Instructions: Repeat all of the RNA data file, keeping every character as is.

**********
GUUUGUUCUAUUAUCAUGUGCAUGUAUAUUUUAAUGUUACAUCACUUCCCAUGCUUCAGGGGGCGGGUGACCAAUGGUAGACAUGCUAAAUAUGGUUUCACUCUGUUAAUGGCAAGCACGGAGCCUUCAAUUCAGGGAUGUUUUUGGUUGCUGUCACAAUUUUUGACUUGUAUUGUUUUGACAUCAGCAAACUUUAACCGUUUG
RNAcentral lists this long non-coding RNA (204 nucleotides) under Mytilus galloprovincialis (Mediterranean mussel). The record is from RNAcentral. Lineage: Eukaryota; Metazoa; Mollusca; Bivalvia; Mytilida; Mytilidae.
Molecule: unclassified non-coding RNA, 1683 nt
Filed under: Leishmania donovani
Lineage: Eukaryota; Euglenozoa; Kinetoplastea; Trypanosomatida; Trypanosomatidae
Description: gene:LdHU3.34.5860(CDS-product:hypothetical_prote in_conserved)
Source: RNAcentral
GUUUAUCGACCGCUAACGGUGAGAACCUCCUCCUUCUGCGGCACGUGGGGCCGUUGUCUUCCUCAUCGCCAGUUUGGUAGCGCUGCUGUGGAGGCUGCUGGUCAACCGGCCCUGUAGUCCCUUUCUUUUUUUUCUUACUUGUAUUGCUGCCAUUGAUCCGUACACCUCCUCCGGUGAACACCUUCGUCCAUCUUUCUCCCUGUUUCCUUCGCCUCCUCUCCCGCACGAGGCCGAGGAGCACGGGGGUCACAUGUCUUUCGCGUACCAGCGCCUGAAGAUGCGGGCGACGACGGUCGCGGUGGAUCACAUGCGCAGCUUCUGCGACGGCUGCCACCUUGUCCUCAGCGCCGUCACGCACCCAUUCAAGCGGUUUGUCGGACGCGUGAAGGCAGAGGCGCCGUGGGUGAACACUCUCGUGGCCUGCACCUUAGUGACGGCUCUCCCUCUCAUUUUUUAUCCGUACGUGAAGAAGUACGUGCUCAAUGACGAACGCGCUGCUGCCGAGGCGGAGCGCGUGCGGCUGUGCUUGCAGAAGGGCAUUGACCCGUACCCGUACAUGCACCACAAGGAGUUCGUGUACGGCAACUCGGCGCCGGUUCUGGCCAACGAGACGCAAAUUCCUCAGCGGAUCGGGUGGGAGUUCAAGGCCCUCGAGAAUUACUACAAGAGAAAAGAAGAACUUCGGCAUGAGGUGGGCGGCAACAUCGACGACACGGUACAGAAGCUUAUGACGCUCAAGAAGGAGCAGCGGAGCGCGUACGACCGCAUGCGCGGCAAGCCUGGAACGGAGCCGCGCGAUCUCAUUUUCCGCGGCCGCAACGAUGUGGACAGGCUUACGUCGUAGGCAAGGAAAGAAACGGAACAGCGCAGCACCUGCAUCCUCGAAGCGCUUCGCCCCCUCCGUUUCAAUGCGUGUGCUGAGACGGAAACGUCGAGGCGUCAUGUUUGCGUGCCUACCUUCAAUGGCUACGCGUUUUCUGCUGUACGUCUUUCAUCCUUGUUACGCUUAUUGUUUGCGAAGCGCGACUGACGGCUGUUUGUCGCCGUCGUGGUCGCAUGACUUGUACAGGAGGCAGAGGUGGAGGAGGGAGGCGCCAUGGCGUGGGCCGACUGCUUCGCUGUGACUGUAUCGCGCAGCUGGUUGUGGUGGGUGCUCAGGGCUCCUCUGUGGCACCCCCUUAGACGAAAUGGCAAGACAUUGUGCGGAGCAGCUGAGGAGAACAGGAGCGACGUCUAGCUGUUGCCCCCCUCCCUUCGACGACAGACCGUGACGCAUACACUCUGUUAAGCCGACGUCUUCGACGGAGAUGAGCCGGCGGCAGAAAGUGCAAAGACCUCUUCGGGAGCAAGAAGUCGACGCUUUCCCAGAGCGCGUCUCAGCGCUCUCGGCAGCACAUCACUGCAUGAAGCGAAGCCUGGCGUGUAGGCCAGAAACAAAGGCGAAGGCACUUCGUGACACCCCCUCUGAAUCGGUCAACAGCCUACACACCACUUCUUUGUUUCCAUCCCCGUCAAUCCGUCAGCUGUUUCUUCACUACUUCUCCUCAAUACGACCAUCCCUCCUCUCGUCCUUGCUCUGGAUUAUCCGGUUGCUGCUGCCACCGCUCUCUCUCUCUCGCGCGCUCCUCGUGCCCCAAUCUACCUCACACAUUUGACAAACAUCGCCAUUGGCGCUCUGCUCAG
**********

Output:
GUUUGUUCUAUUAUCAUGUGCAUGUAUAUUUUAAUGUUACAUCACUUCCCAUGCUUCAGGGGGCGGGUGACCAAUGGUAGACAUGCUAAAUAUGGUUUCACUCUGUUAAUGGCAAGCACGGAGCCUUCAAUUCAGGGAUGUUUUUGGUUGCUGUCACAAUUUUUGACUUGUAUUGUUUUGACAUCAGCAAACUUUAACCGUUUG
RNAcentral lists this long non-coding RNA (204 nucleotides) under Mytilus galloprovincialis (Mediterranean mussel). The record is from RNAcentral. Lineage: Eukaryota; Metazoa; Mollusca; Bivalvia; Mytilida; Mytilidae.
Molecule: unclassified non-coding RNA, 1683 nt
Filed under: Leishmania donovani
Lineage: Eukaryota; Euglenozoa; Kinetoplastea; Trypanosomatida; Trypanosomatidae
Description: gene:LdHU3.34.5860(CDS-product:hypothetical_prote in_conserved)
Source: RNAcentral
GUUUAUCGACCGCUAACGGUGAGAACCUCCUCCUUCUGCGGCACGUGGGGCCGUUGUCUUCCUCAUCGCCAGUUUGGUAGCGCUGCUGUGGAGGCUGCUGGUCAACCGGCCCUGUAGUCCCUUUCUUUUUUUUCUUACUUGUAUUGCUGCCAUUGAUCCGUACACCUCCUCCGGUGAACACCUUCGUCCAUCUUUCUCCCUGUUUCCUUCGCCUCCUCUCCCGCACGAGGCCGAGGAGCACGGGGGUCACAUGUCUUUCGCGUACCAGCGCCUGAAGAUGCGGGCGACGACGGUCGCGGUGGAUCACAUGCGCAGCUUCUGCGACGGCUGCCACCUUGUCCUCAGCGCCGUCACGCACCCAUUCAAGCGGUUUGUCGGACGCGUGAAGGCAGAGGCGCCGUGGGUGAACACUCUCGUGGCCUGCACCUUAGUGACGGCUCUCCCUCUCAUUUUUUAUCCGUACGUGAAGAAGUACGUGCUCAAUGACGAACGCGCUGCUGCCGAGGCGGAGCGCGUGCGGCUGUGCUUGCAGAAGGGCAUUGACCCGUACCCGUACAUGCACCACAAGGAGUUCGUGUACGGCAACUCGGCGCCGGUUCUGGCCAACGAGACGCAAAUUCCUCAGCGGAUCGGGUGGGAGUUCAAGGCCCUCGAGAAUUACUACAAGAGAAAAGAAGAACUUCGGCAUGAGGUGGGCGGCAACAUCGACGACACGGUACAGAAGCUUAUGACGCUCAAGAAGGAGCAGCGGAGCGCGUACGACCGCAUGCGCGGCAAGCCUGGAACGGAGCCGCGCGAUCUCAUUUUCCGCGGCCGCAACGAUGUGGACAGGCUUACGUCGUAGGCAAGGAAAGAAACGGAACAGCGCAGCACCUGCAUCCUCGAAGCGCUUCGCCCCCUCCGUUUCAAUGCGUGUGCUGAGACGGAAACGUCGAGGCGUCAUGUUUGCGUGCCUACCUUCAAUGGCUACGCGUUUUCUGCUGUACGUCUUUCAUCCUUGUUACGCUUAUUGUUUGCGAAGCGCGACUGACGGCUGUUUGUCGCCGUCGUGGUCGCAUGACUUGUACAGGAGGCAGAGGUGGAGGAGGGAGGCGCCAUGGCGUGGGCCGACUGCUUCGCUGUGACUGUAUCGCGCAGCUGGUUGUGGUGGGUGCUCAGGGCUCCUCUGUGGCACCCCCUUAGACGAAAUGGCAAGACAUUGUGCGGAGCAGCUGAGGAGAACAGGAGCGACGUCUAGCUGUUGCCCCCCUCCCUUCGACGACAGACCGUGACGCAUACACUCUGUUAAGCCGACGUCUUCGACGGAGAUGAGCCGGCGGCAGAAAGUGCAAAGACCUCUUCGGGAGCAAGAAGUCGACGCUUUCCCAGAGCGCGUCUCAGCGCUCUCGGCAGCACAUCACUGCAUGAAGCGAAGCCUGGCGUGUAGGCCAGAAACAAAGGCGAAGGCACUUCGUGACACCCCCUCUGAAUCGGUCAACAGCCUACACACCACUUCUUUGUUUCCAUCCCCGUCAAUCCGUCAGCUGUUUCUUCACUACUUCUCCUCAAUACGACCAUCCCUCCUCUCGUCCUUGCUCUGGAUUAUCCGGUUGCUGCUGCCACCGCUCUCUCUCUCUCGCGCGCUCCUCGUGCCCCAAUCUACCUCACACAUUUGACAAACAUCGCCAUUGGCGCUCUGCUCAG